• Thinking about and asking about what's next is what you might want to do now...so when the meds stop working you have a plan. I'm in the same boat as you and that's what I'm about doing right now.

  • A psychiatrist who is part of my oncologist's treatment team prescribed Adderall (amphetamine and dextroamphetamine) for really bad fatigue I was having.  The drug is mildly controversial in that it (like all amphetamines) can be abused.  In my case, it has allowed me to get through days I would otherwise have spent in the sack.  Talk to your doctor about it.  It is also prescribed for narcolepsy and ADHD.

  • I won't take any antidepressants, nor will I see any psychiatrist.         I also have a psychologist as a part of my oncology team, and I get more from talking to him than from any antidepressant.   (they never worked on me, and I've had major depression all of my life).     No antidepressant worked, but I took Wellbutrin for a number of years, until the prostate cancer;

    On looking at the side effects of bupropion, down low on the list is "prostate problems," and I most certainly had prostate problems-----I cannot directly attribute bupropion to my prostate cancer, but conversely, it didn't help at all.   I stopped taking it cold turkey and fired the psychiatrist.       The Ritalin that I've been prescribed is also for narcolepsy and ADHD, as well as being for "cancer-related fatigue."     It's also an amphetamine.    I'm very careful how I use it---only when I have to go out for appointments, and some days I don't take it at all.        I dislike having to take any addictive drugs, like the painkillers which are essential to my life now.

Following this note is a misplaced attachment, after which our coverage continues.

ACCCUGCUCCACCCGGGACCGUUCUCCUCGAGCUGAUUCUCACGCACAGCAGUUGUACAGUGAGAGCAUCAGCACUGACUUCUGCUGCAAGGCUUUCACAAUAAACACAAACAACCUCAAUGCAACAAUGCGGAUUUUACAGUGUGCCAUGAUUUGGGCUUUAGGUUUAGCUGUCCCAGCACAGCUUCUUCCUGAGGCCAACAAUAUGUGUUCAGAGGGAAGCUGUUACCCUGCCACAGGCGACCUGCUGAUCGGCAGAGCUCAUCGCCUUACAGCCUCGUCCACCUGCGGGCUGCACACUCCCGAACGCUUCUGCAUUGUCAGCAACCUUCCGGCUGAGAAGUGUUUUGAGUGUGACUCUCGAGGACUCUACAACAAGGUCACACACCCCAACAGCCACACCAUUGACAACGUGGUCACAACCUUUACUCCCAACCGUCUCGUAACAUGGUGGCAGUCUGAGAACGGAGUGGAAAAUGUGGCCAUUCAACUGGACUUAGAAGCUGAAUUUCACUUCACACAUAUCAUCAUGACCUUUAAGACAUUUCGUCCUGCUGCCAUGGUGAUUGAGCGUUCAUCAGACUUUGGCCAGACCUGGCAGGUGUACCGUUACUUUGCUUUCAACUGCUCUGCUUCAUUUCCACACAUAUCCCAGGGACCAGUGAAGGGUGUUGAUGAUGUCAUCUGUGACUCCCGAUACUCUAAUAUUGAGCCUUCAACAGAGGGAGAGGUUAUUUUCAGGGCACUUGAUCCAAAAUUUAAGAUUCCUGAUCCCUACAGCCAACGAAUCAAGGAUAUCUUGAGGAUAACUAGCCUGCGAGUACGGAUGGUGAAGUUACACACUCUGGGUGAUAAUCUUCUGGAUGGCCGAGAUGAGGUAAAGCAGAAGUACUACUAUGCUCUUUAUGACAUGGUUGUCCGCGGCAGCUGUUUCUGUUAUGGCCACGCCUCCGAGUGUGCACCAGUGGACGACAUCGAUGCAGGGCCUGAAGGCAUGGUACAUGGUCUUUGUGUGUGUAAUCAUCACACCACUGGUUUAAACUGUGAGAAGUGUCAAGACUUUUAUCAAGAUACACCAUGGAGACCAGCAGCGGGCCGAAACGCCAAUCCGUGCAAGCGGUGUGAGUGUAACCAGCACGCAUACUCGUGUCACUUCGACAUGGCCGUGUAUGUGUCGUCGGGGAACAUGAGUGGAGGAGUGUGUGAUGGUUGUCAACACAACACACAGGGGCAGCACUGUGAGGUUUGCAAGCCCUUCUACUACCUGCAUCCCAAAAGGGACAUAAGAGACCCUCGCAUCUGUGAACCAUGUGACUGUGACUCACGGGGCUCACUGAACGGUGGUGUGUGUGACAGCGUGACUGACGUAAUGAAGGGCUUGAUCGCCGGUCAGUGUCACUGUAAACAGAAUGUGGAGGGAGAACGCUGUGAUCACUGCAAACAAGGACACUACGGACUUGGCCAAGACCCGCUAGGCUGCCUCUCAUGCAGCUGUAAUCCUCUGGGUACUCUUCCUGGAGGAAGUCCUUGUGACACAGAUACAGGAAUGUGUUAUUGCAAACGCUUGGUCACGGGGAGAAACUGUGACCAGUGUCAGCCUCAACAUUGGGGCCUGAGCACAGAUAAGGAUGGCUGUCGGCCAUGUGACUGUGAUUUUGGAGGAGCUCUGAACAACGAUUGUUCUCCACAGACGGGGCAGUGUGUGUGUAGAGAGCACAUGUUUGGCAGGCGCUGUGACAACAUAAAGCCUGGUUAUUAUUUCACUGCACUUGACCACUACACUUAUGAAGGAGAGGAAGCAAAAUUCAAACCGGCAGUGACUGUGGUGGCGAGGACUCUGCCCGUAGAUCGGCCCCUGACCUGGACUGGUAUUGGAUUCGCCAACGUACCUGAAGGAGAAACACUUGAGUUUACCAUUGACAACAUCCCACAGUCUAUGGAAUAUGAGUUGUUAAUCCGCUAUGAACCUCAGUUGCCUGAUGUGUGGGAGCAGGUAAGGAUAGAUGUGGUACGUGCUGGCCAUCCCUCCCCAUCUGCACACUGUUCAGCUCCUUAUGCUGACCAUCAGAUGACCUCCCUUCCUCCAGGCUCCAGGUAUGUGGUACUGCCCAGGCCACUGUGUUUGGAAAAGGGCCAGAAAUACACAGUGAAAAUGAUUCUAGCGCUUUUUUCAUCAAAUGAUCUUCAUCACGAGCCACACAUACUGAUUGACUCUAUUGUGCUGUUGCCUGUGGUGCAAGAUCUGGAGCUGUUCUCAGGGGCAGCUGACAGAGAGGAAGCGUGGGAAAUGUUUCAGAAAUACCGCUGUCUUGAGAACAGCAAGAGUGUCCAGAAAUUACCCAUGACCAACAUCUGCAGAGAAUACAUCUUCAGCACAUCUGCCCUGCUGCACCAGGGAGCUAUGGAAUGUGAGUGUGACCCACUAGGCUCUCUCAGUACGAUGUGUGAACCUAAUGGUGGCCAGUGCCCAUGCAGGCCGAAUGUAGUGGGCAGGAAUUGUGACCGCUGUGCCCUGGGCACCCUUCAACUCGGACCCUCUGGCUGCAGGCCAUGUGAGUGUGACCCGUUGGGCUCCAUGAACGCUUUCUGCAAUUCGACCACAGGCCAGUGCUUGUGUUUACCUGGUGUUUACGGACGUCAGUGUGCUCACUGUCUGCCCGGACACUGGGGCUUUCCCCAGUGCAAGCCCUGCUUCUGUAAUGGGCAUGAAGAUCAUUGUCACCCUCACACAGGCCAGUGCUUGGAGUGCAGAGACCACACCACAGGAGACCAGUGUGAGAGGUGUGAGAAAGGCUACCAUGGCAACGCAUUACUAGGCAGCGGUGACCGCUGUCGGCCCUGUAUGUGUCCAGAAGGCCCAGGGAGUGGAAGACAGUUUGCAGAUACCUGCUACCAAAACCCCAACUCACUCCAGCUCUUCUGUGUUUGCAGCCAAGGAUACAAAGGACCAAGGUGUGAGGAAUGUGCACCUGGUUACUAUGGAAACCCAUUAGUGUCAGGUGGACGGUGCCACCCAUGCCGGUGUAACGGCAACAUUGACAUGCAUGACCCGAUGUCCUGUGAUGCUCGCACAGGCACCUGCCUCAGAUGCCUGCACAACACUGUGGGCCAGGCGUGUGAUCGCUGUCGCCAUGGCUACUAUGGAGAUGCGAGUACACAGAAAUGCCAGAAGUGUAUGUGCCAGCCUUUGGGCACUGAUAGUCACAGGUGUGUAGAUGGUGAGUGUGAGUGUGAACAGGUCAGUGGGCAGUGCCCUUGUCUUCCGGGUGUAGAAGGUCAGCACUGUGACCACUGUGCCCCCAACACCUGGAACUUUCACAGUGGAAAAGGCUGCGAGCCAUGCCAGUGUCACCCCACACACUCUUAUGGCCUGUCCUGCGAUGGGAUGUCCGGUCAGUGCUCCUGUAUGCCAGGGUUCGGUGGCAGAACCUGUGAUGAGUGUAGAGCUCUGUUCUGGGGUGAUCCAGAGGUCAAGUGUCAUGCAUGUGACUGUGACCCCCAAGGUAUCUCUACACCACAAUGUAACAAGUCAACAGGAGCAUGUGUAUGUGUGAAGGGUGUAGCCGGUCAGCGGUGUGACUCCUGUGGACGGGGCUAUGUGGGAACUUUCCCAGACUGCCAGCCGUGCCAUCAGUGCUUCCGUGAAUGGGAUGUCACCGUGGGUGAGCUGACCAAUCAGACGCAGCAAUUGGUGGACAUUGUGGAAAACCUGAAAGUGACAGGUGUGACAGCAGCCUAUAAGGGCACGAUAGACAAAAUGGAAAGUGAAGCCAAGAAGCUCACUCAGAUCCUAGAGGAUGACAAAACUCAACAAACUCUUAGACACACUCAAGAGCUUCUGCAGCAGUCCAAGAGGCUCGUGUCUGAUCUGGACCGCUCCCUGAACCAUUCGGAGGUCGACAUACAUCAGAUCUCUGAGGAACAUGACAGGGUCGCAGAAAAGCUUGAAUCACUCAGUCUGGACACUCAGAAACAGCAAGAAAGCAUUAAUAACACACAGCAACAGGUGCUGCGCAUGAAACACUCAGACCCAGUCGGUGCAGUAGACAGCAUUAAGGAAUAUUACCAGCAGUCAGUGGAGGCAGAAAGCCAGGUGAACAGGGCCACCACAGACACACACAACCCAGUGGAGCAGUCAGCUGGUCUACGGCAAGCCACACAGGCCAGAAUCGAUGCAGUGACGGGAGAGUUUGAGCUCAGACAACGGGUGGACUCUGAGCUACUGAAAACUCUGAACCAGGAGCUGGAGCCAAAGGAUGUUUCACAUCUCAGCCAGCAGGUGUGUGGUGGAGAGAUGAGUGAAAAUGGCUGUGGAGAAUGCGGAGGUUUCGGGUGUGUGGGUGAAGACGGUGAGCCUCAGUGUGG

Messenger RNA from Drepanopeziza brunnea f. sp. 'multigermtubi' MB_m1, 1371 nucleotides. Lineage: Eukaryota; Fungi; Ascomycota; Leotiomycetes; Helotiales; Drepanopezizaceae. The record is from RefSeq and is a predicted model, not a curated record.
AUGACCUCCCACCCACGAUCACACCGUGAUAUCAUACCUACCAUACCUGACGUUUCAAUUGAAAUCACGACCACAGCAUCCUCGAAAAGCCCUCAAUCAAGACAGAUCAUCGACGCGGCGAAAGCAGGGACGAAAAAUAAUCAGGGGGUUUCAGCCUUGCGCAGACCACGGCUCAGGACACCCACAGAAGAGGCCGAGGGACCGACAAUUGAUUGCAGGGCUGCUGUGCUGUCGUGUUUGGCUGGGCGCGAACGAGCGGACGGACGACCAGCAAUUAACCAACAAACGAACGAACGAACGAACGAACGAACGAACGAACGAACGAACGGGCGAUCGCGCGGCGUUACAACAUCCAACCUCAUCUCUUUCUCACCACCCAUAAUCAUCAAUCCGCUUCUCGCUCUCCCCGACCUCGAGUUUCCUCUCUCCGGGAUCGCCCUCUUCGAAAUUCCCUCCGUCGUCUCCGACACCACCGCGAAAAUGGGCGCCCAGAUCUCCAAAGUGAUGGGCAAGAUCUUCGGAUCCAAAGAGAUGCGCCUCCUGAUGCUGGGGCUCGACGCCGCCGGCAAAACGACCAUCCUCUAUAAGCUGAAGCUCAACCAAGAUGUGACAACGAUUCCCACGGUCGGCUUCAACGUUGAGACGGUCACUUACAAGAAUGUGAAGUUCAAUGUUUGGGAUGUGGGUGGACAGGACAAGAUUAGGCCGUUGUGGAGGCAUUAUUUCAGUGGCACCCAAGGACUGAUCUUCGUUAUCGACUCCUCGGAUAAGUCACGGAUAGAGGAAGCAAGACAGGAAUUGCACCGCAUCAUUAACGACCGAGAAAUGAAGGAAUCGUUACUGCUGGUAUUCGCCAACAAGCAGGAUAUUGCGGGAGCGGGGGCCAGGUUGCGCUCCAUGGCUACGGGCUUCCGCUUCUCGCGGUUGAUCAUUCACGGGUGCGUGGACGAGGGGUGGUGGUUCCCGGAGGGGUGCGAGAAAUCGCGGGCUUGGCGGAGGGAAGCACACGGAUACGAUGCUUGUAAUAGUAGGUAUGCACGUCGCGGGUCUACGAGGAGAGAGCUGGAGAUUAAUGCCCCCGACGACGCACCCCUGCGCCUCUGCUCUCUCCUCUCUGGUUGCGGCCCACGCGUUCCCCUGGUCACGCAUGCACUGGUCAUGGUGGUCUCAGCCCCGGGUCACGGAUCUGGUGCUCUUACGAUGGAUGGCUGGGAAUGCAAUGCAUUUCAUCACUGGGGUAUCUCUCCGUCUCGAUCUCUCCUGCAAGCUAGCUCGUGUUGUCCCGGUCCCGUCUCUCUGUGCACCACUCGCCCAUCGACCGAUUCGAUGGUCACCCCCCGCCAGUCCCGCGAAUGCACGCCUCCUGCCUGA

• This disease often forces us into tough choices.  My understanding about pain relievers (at least morphine) is that as long as it is subduing real pain, it won't cause addiction.  Don't take that as medical advice, but you might want to check it out with your doc.  For me, the pain relief is the important part.  If addiction rears its ugly head, I'll deal with it when I am not hobbled by the pain.

  • I never experienced any effects, such as a "high," or euphoria from the morphine or Dilaudid---my palliative nurse said that it's good, because the drugs are going to the pain receptors.        And I did think it odd that, after being on Morphine and Dilaudid for an extended time, if I happen to miss or skip doses, there are no signs of a drug withdrawal.        So what you've written makes sense to me---I don't feel any craving for the drugs, nor for an increase in doses unless the pain increases.

    Even though my uro offered stronger painkillers for about the first year of treatment, I refused, as I never liked the idea of taking addictive drugs.

    And the doctors get a little upset if I mention the word "addictive," and they've all said that, no, you're not addicted, you have a drug dependency out of necessity.

    My doctors put me on palliative care---they didn't offer me a choice---they saw the pain that I was experiencing,and I didn't argue with the palliative care, which is pain management.     It seemed like a defeat or setback at the time, but it was necessary with the pain from the bone mets and arthritis.